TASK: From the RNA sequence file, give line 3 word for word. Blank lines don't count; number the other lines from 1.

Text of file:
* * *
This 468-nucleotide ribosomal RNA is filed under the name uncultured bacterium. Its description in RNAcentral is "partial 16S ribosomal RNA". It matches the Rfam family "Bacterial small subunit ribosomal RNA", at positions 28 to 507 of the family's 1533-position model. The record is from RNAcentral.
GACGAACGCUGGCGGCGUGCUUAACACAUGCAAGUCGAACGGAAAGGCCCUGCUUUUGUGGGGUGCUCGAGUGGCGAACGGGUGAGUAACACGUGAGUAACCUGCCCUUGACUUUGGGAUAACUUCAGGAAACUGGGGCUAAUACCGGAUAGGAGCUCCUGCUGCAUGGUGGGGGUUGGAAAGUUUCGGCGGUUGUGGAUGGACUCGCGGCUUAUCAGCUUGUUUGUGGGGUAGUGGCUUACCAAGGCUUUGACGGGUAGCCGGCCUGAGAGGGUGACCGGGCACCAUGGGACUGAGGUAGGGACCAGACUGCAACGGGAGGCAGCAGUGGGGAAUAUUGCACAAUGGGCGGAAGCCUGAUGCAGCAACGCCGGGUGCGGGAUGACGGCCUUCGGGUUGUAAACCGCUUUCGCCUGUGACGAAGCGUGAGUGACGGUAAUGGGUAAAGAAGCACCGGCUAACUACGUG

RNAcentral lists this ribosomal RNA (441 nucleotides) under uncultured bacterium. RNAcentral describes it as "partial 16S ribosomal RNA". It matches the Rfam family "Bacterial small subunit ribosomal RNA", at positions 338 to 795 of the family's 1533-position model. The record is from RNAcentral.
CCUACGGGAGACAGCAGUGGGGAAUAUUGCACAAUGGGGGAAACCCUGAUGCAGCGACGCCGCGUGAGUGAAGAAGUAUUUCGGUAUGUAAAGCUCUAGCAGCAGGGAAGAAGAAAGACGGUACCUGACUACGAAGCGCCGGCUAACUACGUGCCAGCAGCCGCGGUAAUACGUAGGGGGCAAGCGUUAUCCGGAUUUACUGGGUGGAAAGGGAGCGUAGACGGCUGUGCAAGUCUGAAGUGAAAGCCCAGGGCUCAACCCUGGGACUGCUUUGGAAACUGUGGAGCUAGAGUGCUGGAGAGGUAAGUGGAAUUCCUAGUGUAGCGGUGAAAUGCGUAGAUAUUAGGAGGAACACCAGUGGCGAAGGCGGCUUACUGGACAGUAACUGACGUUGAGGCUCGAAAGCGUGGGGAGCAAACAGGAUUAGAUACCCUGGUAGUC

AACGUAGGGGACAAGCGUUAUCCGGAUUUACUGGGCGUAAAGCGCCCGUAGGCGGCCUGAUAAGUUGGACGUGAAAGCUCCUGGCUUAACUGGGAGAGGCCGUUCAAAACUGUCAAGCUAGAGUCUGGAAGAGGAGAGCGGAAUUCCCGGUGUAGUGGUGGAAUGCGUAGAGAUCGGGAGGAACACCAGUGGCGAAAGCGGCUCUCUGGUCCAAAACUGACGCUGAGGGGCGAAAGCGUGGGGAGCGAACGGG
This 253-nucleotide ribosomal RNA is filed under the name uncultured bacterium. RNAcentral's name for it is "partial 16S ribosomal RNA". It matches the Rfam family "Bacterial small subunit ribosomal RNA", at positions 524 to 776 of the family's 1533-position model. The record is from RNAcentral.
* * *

RNAcentral lists this ribosomal RNA (441 nucleotides) under uncultured bacterium. RNAcentral describes it as "partial 16S ribosomal RNA". It matches the Rfam family "Bacterial small subunit ribosomal RNA", at positions 338 to 795 of the family's 1533-position model. The record is from RNAcentral.